Expectations are high for the 2020 Tokyo Olympics.

Businesses cannot ignore the economic impact of sports. Japan will host “Sports and Culture Davos” in autumn 2016, in response to a proposal by the World Economic Forum, which organizes the Annual Meeting of the New Champions, dubbed “Summer Davos,” where Japanese politicians and business executives are expected to outline the prospects of the economic effects on the country from the 2020 Olympics.

Since Tokyo won the bid to host the 2020 Summer Olympic Games last September, various think tanks have announced their estimates of the economic effects of the Olympics, with figures ranging from ¥3 trillion to ¥150 trillion.

Factors considered in calculating economic effects generally include stadium and venue construction; hotels and other facilities for athletes and tourists before and during the Olympics; consumption by tourists, the number of which has already shown a remarkable increase after the hosting announcement; and infrastructure building to prepare for the influx of foreign visitors. The estimates cover from the time Tokyo won the bid through the 2020 Games.

“Different organizations come up with different figures because of differing assumptions. The Mori Memorial Foundation’s Institute for Urban Strategies based their assumptions heavily on the London Games,” said Hiroo Ichikawa, an executive member of the institute who is also a professor of urban policy and the dean of Professional Graduate Schools and the Graduate School of Governance Studies at Meiji University.

Using London, which hosted the 2012 Olympics, as a model makes sense because London and Tokyo are both extensively developed cities, he said.

The Institute for Urban Strategies said in January it estimates the economic effects to be ¥19.4 trillion.

“I think it’s a somewhat conservative number. The more factors included in the estimate, the bigger the number,” Ichikawa said. While the Tokyo Metropolitan Government announced the economic effects would be ¥3 trillion, Ichikawa’s institute factors in more items than the government, which only considered effects directly related to the Olympics such as construction of the facilities to be used by athletes and others involved in the Olympics and the operating costs of the Games.

The thing that makes the largest contribution to the ¥19.4 trillion estimate is the so-called “dream effect,” accounting for ¥7.5 trillion.

“The dream effect is big,” he said. The dream effect, or an increase in consumption amid a big, uplifting event, has been observed in every city that has won the bid to host the Games, he said.

Japanese are known as money savers and conservative consumers. But the institute estimates they will use some of their savings to make purchases in the seven years leading up to 2020.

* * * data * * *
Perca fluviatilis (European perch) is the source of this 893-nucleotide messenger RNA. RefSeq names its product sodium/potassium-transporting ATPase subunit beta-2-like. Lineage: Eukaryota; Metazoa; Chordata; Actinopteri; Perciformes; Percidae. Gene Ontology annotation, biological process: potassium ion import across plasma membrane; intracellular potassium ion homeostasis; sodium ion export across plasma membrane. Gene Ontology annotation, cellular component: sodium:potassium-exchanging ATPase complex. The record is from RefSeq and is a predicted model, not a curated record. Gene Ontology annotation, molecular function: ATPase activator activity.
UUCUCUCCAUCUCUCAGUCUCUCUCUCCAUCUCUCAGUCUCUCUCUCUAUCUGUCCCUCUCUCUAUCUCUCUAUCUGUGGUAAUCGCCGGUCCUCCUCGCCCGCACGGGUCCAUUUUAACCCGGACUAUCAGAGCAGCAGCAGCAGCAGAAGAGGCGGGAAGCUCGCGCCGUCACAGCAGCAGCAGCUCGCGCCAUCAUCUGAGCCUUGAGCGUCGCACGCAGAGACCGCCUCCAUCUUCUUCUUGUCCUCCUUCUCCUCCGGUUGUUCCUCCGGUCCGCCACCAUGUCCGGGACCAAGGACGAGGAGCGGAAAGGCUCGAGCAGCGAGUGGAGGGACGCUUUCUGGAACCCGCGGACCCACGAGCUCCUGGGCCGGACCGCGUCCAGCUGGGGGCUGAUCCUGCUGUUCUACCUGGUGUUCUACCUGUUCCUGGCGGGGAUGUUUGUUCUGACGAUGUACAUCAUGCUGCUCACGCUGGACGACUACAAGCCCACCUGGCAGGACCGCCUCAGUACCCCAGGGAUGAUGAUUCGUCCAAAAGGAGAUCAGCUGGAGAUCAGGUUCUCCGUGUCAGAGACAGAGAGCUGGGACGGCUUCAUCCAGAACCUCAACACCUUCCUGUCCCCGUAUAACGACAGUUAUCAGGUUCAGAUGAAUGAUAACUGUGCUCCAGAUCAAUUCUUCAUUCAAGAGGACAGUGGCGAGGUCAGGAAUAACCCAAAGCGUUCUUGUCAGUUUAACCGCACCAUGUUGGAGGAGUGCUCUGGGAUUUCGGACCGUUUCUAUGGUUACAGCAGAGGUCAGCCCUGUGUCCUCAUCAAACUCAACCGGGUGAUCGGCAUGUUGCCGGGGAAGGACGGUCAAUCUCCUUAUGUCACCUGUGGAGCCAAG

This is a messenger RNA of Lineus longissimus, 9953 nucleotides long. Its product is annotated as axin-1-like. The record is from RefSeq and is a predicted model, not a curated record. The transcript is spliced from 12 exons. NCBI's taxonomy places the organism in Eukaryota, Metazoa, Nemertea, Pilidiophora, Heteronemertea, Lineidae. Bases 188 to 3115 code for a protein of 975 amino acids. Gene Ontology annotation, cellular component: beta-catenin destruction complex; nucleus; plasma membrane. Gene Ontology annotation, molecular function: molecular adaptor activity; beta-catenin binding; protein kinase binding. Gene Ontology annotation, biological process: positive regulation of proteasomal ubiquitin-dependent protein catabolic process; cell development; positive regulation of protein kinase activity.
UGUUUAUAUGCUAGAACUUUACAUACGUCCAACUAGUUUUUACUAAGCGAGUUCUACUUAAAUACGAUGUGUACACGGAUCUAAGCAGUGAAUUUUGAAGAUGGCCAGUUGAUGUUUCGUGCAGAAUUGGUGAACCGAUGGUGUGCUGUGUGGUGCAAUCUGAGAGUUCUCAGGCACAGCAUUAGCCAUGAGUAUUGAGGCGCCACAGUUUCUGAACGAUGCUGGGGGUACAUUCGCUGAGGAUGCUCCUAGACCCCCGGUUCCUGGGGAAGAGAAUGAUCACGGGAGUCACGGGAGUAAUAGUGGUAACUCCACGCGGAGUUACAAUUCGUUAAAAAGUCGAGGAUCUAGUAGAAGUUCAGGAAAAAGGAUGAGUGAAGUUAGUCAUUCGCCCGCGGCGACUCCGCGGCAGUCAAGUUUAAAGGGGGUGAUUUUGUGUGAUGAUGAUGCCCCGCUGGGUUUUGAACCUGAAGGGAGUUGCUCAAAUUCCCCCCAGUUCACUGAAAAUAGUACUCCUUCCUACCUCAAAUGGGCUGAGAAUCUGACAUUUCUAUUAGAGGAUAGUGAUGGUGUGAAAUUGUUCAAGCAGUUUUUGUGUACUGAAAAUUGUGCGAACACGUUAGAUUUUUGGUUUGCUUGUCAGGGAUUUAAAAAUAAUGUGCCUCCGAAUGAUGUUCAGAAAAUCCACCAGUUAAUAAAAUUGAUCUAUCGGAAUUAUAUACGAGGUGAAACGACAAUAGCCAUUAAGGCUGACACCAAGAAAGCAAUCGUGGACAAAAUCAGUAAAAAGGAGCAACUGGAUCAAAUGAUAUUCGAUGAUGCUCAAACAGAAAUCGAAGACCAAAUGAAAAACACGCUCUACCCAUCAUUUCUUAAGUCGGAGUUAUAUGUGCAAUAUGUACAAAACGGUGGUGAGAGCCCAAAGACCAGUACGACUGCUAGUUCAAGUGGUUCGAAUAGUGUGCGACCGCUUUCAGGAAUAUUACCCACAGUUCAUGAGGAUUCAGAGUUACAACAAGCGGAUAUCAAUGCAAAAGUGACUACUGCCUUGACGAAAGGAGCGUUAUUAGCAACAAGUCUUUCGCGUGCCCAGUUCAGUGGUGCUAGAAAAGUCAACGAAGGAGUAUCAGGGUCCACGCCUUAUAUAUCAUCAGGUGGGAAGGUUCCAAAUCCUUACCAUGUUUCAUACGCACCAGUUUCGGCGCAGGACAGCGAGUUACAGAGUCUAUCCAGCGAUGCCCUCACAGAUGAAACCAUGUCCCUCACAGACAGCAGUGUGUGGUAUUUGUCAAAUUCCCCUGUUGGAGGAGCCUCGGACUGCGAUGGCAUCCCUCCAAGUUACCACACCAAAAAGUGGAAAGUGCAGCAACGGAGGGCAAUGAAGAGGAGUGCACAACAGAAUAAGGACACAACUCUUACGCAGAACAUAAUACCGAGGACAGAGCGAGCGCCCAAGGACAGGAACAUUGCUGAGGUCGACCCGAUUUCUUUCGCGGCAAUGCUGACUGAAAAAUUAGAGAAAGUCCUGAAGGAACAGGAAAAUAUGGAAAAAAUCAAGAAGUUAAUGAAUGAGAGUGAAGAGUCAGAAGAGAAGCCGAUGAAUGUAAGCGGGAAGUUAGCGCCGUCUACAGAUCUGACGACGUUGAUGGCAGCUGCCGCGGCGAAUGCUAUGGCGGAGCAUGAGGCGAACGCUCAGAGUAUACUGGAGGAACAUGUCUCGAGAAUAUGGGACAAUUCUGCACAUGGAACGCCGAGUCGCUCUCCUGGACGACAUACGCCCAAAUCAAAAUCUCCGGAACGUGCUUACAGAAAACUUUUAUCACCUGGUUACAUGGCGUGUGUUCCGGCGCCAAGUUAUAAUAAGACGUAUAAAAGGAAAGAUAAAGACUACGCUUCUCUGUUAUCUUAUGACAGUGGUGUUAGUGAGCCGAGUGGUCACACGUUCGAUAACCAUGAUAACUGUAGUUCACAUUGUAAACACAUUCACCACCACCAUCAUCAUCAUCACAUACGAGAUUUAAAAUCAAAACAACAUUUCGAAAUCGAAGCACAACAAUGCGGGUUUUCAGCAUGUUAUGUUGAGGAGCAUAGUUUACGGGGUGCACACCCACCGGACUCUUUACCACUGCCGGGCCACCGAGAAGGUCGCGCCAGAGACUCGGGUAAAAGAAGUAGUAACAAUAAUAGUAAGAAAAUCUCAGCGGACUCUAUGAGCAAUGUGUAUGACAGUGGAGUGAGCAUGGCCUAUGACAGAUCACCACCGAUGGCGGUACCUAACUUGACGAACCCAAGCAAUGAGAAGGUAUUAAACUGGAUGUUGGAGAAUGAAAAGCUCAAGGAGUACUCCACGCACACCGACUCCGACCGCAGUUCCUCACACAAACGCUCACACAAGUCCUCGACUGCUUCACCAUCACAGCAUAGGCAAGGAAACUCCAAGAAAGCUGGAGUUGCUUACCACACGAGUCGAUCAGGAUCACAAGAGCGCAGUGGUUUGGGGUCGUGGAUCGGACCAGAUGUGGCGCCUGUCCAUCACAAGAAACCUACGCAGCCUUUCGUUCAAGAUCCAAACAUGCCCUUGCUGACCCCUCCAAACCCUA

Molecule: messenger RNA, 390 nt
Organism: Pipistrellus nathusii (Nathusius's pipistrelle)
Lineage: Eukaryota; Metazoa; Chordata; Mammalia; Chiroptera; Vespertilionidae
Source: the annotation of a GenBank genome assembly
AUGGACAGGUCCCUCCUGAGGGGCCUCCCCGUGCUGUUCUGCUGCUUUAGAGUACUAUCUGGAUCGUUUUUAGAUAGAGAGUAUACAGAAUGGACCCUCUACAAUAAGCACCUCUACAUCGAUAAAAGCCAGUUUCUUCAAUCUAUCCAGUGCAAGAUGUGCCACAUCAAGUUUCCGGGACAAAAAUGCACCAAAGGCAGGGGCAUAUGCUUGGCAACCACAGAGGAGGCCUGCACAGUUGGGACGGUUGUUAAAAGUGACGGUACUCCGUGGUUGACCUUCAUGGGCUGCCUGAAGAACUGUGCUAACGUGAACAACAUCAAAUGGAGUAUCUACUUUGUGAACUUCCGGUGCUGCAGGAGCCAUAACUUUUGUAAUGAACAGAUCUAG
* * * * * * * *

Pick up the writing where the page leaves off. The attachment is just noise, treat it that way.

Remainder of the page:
Consumption is expected to increase for high-resolution televisions, sporting goods and sports activities. Also, the number of people enrolling in English conversation schools will rise because people will be exposed to various international exchanges.

It may not be entirely realistic to compare with the 1964 Tokyo Olympics, but sales of TVs that year because the Games were the first ever to be broadcast in color. Things may be different now, but this demonstrates the Olympics can stimulate consumerism in people.

Other than the dream effect, the institute estimates the number of foreign visitors will rise.

On top of the Olympics contributing to a tourist increase, the government’s initiative to make Japan one of the biggest tourist destinations in the world will also help boost the tourism industry.

As part of the growth strategies in Prime Minister Shinzo Abe’s “Abenomics,” the government is aiming to increase the number of foreign visitors per year to 20 million by 2020 and 30 million by 2030.

In 2013, the number was 10.36 million, according to Japan National Tourism Association, making the government’s target seem ambitious. But the Olympic effect has already been observed as the number of foreign visitors from January to July is 26 percent higher than the same period in 2013.

The Olympics helps boost tourism as people want to see the city hosting the Games.

“It’s possible the target of 20 million will be achieved around 2017 at this pace,” Ichikawa said. The institute’s official estimate is the same as the government’s and it expects 10 million of the 20 million expected tourists will visit Tokyo, he said.

To accommodate an increase in the number of tourists, Tokyo needs more hotels.

In London, about 1,300 5-star hotel rooms, equivalent to about two Okura or New Otani hotels, and 45,000 standard hotel rooms, equivalent to 300 hotels with about 150 rooms each, were built between the announcement of London’s hosting and the 2012 Games, he said.